As the passion for cycling grows, more British buyers are searching for homes in prime pedalling country
We are fast becoming a nation obsessed with cycling. More of us are buying bikes, a record number of us are peddling to work and thousands are taking part in events such as long-distance road rides, BMX contests or cycling tours abroad. In 2012 British Cycling had 42,500 members; then Team GB’s Olympic success was followed by Bradley Wiggins’ triumph in the Tour de France, then Chris Froome’s a year later. Now there are more than 100,000 members.
As the Tour de France peloton cycles its way into Brittany today, Froome and colleagues will be followed by legions of the British Lycra brigade who will compete in L’Étape du Tour — when amateurs complete a stage of the famous race. Some of them will own a home along the route, so they can indulge their passion. So, where best to take your Pinarello or Cervélo if you’re seeking a biking bolt hole abroad?
Rob and Rachel Wilkinson from York fell in love with the Pyrénées on a cycling holiday in 1989 and moved to the spa village of Barèges close to the Col du Tourmalet — a legendary climb in the Tour. They run Pyrénées Cycling Holidays from their nine-bedroom Napoleonic house. “We’ve built a business on cycling and it’s one that the British have really begun to embrace,” says Rob, who used to work in logistics. “Family and friends who have never ridden a bike in their life are coming out here — I think Bike2Work has really helped [the government scheme offering tax-free bikes to UK commuters] — and once they get fit, they join a club, then they start to race, even tackle the famous mountain cols of Europe.”
Ian Whittingham, the co-founder of the UK’s largest road cycling and triathlon shop, Sigma Sport in Kingston upon Thames, agrees. “There has been a crazy explosion of British cycling abroad. I was doing Ride25 in Tuscany last month [a series of 25 cycling tours that span the world] and one of my fellow riders from London had just purchased a chalet in the French Alps to set up a biking business. Another one had bought a property in Sanremo [Liguria, Italy] from which to go biking.” With the maritime Alps dropping down to the sea, the Ligurian coast offers the best of both worlds, and easy access to the French Riviera.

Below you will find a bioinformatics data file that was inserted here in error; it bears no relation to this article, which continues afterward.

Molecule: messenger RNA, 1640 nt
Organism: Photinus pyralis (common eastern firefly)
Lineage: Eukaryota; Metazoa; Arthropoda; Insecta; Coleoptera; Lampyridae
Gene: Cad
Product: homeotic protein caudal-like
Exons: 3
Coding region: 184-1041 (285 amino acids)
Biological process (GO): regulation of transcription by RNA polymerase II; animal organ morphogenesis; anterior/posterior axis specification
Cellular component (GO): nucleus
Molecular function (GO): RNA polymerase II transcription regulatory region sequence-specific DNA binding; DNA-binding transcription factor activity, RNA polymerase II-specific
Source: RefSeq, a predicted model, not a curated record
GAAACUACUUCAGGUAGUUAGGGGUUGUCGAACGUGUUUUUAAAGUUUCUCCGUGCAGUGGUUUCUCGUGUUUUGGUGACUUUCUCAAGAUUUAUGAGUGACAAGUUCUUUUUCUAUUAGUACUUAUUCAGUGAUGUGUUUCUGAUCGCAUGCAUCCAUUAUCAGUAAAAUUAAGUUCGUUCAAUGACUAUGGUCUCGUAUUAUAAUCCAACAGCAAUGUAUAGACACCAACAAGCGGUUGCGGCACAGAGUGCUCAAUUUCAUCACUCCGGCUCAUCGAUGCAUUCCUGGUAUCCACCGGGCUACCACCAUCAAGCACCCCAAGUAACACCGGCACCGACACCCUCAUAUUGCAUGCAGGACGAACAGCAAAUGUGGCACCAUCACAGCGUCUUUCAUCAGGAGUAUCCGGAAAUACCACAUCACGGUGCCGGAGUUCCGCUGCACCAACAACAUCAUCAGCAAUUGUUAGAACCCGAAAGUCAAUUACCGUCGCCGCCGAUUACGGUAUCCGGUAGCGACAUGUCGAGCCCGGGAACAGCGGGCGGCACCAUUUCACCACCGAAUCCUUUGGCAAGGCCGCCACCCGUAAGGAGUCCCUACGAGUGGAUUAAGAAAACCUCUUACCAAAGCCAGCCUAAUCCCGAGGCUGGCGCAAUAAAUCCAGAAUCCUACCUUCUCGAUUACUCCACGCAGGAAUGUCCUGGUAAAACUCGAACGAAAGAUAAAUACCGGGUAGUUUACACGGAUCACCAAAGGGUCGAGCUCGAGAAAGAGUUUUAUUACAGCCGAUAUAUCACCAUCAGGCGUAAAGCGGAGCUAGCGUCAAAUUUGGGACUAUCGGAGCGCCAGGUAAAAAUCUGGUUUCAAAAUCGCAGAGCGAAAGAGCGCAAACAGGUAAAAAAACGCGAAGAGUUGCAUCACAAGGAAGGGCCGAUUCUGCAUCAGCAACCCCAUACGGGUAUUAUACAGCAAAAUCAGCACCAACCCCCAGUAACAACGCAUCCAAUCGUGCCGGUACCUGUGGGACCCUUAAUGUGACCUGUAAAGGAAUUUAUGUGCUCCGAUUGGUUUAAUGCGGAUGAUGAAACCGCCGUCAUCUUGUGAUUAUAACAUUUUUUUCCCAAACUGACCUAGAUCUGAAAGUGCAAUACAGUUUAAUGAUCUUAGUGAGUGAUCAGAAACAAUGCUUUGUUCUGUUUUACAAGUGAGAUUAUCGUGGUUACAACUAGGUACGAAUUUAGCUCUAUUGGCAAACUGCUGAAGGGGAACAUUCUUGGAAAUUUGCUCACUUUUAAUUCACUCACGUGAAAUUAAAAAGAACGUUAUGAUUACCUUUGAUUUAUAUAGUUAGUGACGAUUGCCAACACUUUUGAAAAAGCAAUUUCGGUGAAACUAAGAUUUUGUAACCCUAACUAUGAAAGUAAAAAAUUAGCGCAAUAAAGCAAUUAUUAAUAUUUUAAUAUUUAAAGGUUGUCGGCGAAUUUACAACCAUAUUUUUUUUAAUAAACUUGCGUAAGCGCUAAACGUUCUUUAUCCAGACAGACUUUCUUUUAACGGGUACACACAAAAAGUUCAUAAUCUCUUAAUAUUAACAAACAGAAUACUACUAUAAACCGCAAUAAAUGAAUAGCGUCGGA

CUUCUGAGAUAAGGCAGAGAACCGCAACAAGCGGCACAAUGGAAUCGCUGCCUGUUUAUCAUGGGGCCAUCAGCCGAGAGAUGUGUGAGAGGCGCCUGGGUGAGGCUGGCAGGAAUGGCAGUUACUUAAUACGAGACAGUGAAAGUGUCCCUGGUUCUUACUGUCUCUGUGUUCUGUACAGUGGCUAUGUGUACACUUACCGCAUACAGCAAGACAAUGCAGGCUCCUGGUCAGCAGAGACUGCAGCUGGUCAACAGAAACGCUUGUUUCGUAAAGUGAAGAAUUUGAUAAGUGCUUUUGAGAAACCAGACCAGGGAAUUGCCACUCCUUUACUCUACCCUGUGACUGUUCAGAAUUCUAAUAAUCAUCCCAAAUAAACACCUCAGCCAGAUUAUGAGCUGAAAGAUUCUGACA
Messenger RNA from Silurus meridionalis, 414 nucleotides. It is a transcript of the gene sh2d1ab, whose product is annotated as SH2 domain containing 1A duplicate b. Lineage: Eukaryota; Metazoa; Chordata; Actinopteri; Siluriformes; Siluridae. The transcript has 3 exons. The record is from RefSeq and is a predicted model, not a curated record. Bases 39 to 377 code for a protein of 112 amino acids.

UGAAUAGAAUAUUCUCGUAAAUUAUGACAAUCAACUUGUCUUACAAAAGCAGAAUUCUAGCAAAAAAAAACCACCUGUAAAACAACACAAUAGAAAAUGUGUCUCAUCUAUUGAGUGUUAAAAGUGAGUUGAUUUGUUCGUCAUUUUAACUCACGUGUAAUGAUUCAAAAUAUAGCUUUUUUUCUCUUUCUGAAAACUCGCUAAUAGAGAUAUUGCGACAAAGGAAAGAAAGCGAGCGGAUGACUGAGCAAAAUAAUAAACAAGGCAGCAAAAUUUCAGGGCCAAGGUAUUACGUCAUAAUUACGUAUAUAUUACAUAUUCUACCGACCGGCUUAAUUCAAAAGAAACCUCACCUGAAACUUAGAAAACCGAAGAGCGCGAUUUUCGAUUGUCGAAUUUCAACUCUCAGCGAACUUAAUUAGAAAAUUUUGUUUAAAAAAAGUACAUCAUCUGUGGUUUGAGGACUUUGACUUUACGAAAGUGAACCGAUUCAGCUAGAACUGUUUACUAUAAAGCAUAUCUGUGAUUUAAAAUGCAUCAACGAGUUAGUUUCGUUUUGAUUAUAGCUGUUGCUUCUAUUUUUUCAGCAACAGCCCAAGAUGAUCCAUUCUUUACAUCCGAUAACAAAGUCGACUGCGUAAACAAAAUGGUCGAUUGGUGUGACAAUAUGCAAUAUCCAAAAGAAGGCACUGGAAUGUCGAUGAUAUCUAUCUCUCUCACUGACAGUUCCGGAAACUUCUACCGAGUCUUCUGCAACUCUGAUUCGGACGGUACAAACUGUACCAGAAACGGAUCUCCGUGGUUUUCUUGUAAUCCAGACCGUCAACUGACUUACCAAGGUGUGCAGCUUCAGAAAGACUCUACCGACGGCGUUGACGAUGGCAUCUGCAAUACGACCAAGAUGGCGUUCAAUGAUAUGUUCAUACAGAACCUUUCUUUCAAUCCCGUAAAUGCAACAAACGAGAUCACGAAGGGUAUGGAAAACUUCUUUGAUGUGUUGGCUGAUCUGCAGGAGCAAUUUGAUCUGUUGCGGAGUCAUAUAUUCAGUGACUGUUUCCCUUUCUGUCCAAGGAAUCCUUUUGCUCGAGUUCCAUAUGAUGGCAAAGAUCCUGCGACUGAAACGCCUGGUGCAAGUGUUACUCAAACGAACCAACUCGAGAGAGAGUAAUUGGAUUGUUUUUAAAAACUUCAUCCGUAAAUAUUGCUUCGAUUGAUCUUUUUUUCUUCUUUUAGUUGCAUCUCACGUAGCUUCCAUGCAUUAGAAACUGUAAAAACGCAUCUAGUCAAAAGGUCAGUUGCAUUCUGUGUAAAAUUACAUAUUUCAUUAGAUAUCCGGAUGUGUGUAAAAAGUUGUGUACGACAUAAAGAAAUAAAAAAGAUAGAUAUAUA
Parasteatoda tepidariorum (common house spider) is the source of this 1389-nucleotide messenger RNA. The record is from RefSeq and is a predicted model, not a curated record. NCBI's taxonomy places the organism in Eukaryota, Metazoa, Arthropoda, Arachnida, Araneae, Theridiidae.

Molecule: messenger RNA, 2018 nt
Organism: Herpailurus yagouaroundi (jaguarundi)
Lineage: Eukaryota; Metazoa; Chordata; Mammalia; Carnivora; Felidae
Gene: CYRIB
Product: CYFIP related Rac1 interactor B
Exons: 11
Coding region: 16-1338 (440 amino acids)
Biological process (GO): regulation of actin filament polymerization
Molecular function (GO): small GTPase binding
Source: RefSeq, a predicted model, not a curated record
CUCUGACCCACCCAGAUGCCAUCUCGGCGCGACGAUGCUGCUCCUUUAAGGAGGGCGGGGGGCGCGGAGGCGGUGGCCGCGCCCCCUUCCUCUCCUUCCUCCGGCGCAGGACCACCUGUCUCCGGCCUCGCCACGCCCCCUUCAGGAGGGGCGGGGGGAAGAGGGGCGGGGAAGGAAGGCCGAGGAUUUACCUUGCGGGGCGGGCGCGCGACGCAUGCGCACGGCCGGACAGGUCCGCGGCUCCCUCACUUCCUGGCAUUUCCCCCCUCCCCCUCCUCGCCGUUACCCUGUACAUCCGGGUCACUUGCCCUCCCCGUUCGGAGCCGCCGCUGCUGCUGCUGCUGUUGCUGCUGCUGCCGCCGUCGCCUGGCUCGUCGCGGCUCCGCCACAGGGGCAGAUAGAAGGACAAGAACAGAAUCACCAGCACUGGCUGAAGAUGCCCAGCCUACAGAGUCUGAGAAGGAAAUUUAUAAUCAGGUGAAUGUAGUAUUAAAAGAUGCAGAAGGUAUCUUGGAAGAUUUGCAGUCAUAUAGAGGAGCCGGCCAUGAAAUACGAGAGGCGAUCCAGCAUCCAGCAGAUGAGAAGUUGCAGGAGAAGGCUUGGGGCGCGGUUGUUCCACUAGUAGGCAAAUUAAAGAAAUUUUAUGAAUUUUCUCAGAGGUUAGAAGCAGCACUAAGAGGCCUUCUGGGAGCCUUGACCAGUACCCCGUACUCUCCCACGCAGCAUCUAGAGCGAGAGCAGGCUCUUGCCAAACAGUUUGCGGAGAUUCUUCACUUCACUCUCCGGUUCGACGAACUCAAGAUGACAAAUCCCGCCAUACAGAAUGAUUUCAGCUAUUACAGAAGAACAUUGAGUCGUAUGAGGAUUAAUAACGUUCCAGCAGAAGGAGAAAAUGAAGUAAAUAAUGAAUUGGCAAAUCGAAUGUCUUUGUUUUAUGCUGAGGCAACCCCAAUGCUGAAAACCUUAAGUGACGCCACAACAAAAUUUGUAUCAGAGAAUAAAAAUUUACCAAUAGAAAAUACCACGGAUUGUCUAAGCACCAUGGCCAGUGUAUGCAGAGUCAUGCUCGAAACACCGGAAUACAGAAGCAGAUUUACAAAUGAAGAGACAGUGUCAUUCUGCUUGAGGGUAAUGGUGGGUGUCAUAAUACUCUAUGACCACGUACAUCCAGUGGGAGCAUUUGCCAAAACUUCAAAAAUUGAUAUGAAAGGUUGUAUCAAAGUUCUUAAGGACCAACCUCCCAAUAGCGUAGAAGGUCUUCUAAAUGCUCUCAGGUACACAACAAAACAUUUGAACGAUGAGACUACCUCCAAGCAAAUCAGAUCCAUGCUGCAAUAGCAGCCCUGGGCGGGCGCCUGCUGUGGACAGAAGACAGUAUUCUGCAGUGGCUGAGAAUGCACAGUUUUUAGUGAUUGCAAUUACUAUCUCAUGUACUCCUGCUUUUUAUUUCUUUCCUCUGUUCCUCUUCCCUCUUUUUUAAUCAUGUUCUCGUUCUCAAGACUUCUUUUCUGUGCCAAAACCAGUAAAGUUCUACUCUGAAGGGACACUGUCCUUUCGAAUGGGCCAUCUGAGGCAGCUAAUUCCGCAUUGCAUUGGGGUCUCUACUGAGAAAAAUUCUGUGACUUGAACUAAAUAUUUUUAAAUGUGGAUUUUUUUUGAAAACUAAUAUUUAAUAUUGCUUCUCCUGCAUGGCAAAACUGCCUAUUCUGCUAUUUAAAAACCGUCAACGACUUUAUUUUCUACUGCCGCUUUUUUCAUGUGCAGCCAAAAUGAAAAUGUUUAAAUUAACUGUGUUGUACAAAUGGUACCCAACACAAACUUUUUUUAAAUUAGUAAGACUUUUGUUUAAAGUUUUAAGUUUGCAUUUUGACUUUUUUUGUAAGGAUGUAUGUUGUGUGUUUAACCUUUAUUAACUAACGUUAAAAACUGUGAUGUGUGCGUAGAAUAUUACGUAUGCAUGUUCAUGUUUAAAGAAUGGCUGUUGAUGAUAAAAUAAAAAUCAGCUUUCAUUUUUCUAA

Biking holidays are big business now. The ski property company Erna Low has seen a big rise in the number of inquiries from people who are as interested in summer cycling as winter sports. It offers leaseback properties — ideal hassle-free apartments in Alpine resorts that offer owners “caves” in which to store their bikes — in locations ideal for cyclists. In the popular Savoie resort of Les Arcs — renowned among cyclists and where a newly remodelled mountain bike park is due to open — there are one to three-bedroom apartments from €194,000 (£137,600) to €607,000. Many mountain bikers are heading to the Portes du Soleil region (only an hour from Geneva), which includes Morzine, Les Gets, Avoriaz and Châtel. Erna Low is selling one-bedroom apartments in Châtel from €150,000.
The Alpine property market is a healthy one right now, and David Lucas, a former Grenadier Guardsman and keen cyclist, swapped Richmond upon Thames for the Haute-Savoie, where he sells property. “I moved to Saint-Gervais-Les-Bains in the Haute-Savoie because I didn’t want to work in an office in London. I love the outdoors too much,” says Lucas. “It’s about being able to marry the lifestyle benefits with earning a living — or turning a hobby into a job, like friends here who left the UK to run cycling clinics. Since the Olympics, so many more British people are coming out to do road races and there are plenty of opportunities for offering services. Cycle safaris are getting really popular — where companies transport cyclists’ luggage from one village to the next like a mini Tour de France.”
There are also such openings in Majorca, where 150,000 cyclists visit a year and spend €143 a day, according to the tourist board. The island has a long tradition of cycling, a great climate, dedicated routes and accommodation geared up for bikes. Many professional teams including Team Sky train in the Sierra de Tramuntana mountains in the north of the island, and Wiggins and Mark Cavendish own apartments in nearby Puerto Pollensa.
“The cyclists bring colour and energy to the area and it is great to see many more restaurants and bars extending their season to cater for the riders,” says Gary Hobson, managing director of the Engel & Völkers estate agency in north Majorca. “We have noticed more clients looking for properties that offer bike storage, or are ground floor with garages.” Engel & Völkers has a four-bedroom townhouse in Pollensa, with garage, for €320,000, although you can get a modern two-bedroom apartments in Puerto Pollensa for about €200,000, albeit with less charm.
Top cycling teams and former Tour winners such as Alberto Contador have also trained in rural Valencia — the Sierra de Columbares has been part of the Tour of Spain — but there are also plenty of less demanding Vias Verdes (scenic dedicated cycle routes) and mountain-biking trails. If you are looking for a well-balanced mix of golf, paddle tennis, beach club and biking, three-bedroom properties at Las Colinas Golf & Country Club in Murcia start at €675,000.